Archives and Special Collections collects the records of the Columbia University Medical Center campus and materials documenting the history of the health sciences. As part of our mission, the Archives also collects personal papers from alumni, former faculty and staff to document the history of CUMC, affiliated institutions, and the campus. Fortunately, our repository received the gift of the Alan Berkman papers in 2013, which are now open for research.
A quick bio: An alumnus of the College of Physicians and Surgeons (MD 1971), Alan Berkman was involved in militant revolutionary groups during the 1970s-1980s, such as the Weather Underground, May 19th Communist Organization, and the Black Liberation Army. He was involved in armed robberies and lived as a fugitive with other well-known members of these groups. Berkman was incarcerated and served his time, but once released from prison, returned to his career as a clinician, treating underserved patients, particularly the homeless, mentally ill, parolee populations, and those living with HIV/AIDS. He was diagnosed with cancer while incarcerated and died at the age of 63 in 2009. You can read a more detailed biography in the finding aid for his papers.
Pamphlets distributed by the Emergency
Committee for Political Prisoners Rights, 1989-1990
Needless to say, his life and papers will draw interest and controversy for many years to come.
A Columbia University trained physician, Alan Berkman’s life became newsworthy after treating a gunshot wound of a perpetrator involved in the armed robbery of a Brinks armored car near Nyack, New York on October 20, 1981–organized by members of the May 19th Communist Organization (M19CO) and the Black Liberation Army. They reportedly stole $1.6 million and two police officers and a guard were killed. The M19CO was later responsible for a number of bombings, most notably the U.S. Senate in 1983. After his arrest in 1982, Berkman refused to talk to authorities, skipped bail, and thus began his life as a fugitive.
What’s in the Berkman Papers?
Personal “papers”—the letters, notes, writings, manuscripts, and collected items acquired over a lifetime–are a valuable resource to researchers, but should be approached with the understanding that individuals often collect and create material in an inconsistent manner. People lead complicated lives, and so personal “papers” may not be saved and disposed in a logical way. With that in mind, researchers can piece together correspondence from other personal papers or from the archives of other institutions to fill in the cracks.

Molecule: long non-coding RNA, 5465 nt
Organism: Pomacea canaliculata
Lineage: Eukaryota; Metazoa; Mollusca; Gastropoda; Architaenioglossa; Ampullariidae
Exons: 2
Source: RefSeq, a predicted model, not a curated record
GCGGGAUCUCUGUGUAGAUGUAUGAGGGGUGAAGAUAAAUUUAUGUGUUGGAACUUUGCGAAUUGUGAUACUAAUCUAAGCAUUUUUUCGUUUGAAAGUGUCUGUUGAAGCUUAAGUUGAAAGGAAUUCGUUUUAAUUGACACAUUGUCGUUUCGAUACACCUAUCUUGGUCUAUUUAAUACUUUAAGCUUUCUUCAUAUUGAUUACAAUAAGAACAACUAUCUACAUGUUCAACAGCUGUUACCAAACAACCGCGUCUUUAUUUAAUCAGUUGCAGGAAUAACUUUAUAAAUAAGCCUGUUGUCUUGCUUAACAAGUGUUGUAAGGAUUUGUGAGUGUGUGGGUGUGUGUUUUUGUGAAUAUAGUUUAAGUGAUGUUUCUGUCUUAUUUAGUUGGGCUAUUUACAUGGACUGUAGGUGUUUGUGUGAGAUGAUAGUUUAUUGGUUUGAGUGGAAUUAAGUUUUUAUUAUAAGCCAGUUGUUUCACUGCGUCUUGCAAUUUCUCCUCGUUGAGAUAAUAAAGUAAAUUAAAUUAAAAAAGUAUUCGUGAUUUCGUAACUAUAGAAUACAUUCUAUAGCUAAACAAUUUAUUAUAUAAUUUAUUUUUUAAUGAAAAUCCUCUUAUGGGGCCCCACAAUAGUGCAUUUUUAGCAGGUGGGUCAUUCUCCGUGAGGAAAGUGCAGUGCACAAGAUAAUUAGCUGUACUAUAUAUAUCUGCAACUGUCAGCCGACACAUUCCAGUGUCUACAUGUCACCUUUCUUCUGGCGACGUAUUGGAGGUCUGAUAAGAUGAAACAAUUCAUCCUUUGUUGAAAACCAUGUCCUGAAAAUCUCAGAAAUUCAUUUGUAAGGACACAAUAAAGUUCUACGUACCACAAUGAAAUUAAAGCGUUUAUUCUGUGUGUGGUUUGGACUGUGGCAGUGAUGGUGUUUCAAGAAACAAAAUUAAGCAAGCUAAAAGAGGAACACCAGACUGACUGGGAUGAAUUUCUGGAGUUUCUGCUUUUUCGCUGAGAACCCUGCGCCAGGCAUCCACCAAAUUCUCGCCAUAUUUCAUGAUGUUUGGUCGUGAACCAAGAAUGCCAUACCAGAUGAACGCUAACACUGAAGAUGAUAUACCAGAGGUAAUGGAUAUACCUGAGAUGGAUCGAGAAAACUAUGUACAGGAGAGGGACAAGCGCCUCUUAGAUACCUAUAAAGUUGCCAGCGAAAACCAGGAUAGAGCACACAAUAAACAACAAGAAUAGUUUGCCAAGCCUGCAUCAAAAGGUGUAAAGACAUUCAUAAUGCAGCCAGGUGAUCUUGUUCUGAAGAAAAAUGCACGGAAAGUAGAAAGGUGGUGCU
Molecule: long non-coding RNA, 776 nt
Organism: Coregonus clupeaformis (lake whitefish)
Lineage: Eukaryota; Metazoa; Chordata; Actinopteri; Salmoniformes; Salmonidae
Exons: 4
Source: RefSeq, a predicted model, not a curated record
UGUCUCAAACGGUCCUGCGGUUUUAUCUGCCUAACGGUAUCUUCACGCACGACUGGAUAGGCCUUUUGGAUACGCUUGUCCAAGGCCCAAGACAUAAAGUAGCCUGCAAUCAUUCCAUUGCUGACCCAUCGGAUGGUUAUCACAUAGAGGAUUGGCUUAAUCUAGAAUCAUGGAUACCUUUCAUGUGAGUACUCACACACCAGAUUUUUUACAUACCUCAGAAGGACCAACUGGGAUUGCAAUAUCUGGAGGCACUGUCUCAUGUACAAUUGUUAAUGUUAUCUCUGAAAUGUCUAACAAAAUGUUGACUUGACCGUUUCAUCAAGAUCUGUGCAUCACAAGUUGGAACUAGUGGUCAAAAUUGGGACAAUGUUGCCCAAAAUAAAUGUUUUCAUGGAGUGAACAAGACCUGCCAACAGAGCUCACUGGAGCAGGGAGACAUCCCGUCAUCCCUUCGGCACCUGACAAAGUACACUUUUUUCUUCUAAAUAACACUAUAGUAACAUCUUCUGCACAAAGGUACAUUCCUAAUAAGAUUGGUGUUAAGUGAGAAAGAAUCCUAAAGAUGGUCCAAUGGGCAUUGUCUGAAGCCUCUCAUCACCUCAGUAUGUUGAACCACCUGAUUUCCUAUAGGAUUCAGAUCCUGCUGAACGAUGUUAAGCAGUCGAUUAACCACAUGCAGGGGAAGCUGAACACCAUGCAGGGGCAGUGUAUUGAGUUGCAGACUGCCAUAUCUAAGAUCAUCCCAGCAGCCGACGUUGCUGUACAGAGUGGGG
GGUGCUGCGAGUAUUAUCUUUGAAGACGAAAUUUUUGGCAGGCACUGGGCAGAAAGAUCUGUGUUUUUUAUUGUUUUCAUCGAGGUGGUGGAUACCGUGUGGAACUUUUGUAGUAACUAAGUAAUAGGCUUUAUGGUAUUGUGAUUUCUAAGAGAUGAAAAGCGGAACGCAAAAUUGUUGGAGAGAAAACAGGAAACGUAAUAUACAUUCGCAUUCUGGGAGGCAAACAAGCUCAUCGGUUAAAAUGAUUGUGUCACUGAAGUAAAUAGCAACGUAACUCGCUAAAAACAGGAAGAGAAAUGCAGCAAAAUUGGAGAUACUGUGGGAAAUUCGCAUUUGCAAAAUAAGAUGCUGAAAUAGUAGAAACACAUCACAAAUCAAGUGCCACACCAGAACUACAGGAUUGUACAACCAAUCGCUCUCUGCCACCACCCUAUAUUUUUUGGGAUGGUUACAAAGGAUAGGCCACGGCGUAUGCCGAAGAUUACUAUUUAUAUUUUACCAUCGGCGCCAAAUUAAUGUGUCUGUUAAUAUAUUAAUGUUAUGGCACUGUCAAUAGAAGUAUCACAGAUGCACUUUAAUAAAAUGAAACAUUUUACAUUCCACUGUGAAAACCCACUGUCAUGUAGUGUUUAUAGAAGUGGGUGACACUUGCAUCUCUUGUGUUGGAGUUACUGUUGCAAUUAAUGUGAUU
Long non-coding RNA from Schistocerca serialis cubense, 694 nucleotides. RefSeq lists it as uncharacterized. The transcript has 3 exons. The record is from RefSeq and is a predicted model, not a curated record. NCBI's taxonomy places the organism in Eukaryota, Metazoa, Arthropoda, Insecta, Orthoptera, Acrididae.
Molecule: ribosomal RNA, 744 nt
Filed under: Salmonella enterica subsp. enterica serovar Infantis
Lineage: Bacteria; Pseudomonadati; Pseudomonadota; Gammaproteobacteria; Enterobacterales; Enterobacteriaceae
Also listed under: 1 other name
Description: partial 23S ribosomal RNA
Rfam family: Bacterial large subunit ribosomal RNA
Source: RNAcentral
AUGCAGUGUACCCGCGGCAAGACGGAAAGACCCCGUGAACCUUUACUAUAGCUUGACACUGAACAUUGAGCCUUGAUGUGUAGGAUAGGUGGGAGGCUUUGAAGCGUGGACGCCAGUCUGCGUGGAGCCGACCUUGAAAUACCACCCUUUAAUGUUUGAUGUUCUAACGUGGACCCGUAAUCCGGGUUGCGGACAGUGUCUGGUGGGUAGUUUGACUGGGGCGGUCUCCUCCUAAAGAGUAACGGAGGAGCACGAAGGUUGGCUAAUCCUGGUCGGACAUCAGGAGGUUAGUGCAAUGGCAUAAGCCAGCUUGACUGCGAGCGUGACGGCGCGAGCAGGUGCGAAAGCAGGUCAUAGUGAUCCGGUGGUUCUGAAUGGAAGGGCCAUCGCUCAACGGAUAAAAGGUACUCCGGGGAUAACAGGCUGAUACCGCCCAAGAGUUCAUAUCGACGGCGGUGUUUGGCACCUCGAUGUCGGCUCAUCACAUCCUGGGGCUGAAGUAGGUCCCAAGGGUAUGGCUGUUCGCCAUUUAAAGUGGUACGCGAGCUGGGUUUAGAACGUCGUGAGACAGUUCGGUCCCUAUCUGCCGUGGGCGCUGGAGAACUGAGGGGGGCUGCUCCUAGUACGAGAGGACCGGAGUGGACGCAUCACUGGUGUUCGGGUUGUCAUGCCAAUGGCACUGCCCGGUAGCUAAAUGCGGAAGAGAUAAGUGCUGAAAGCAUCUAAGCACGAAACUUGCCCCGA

The bulk of the Berkman papers contains material stemming from his legal issues, including correspondence between him and legal counsel, between legal counsel and government officials, and court and trial documents. Of interest are Berkman and his legal counsel’s records used by them in Berkman’s “Conspiracy Resistance” trial in 1987. Although these same documents might be obtained from the public record, those from his collection have the annotations and other markings associated with his defense. Documents in this collection give an account of the case brought against Berkman and other defendants.
The collection also contains copies of trial and court documents originating from the FBI investigation and submitted as evidence.
After skipping bail and living underground, Berkman continued to participate in activities to further the cause of these political organizations. Under surveillance, he and an accomplice, Elizabeth Ann Duke, were both arrested on May 23, 1985 while driving outside of Doylestown, Pennsylvania. At the time of their arrest, they were in the possession of weapons and a key traced to a garage containing 100 pounds of dynamite.
After his conviction and imprisonment, Berkman was diagnosed with cancer, adding additional urgency to his parole bid. Friends and family advocated for the release of Berkman and the other Resistance Conspiracy defendants on the grounds that they were political, not criminal prisoners. Berkman’s papers contain pamphlets and other material documenting these letter-writing campaigns as well as his friendships with other “political prisoners” and revolutionaries, such as Mumia Abu-Jamal and William Morales.
Apart from his court case records, the papers contain material that helps paint a picture of the person and his interior life. Berkman described his experience in prison and that of fellow inmates in his diaries and letters to friends and family. Due to his personal experience, he advocated for improved prison healthcare and other prisoner rights. He wrote poetry and began work on a memoir. His speeches and drafts are also found in the collection.
Alan Berkman was able to return to medicine and continue his life-long work in public health. He eventually returned to Columbia University as a research fellow and Assistant Professor of Clinical Epidemiology and Clinical Sociomedical Sciences. Most notably, he founded Health Global Access Project (GAP), an AIDS patient advocacy group that helped to reduce the cost of AIDS medications internationally. Unfortunately, the papers do not contain much documentation of this phase of Berkman’s career.
His papers will be an invaluable resource for those studying Berkman’s legacy and that of the “Resistance Conspiracy Six,” prisoner rights, the history of HIV/AIDS, and the radical, militant political organizations and the social movements of the last half of the 20th century.
N.B.: Elizabeth Ann Duke (arrested along with Alan Berkman in 1985) skipped bail, so did not stand trial in the “Resistance Conspiracy” case. She is still at large.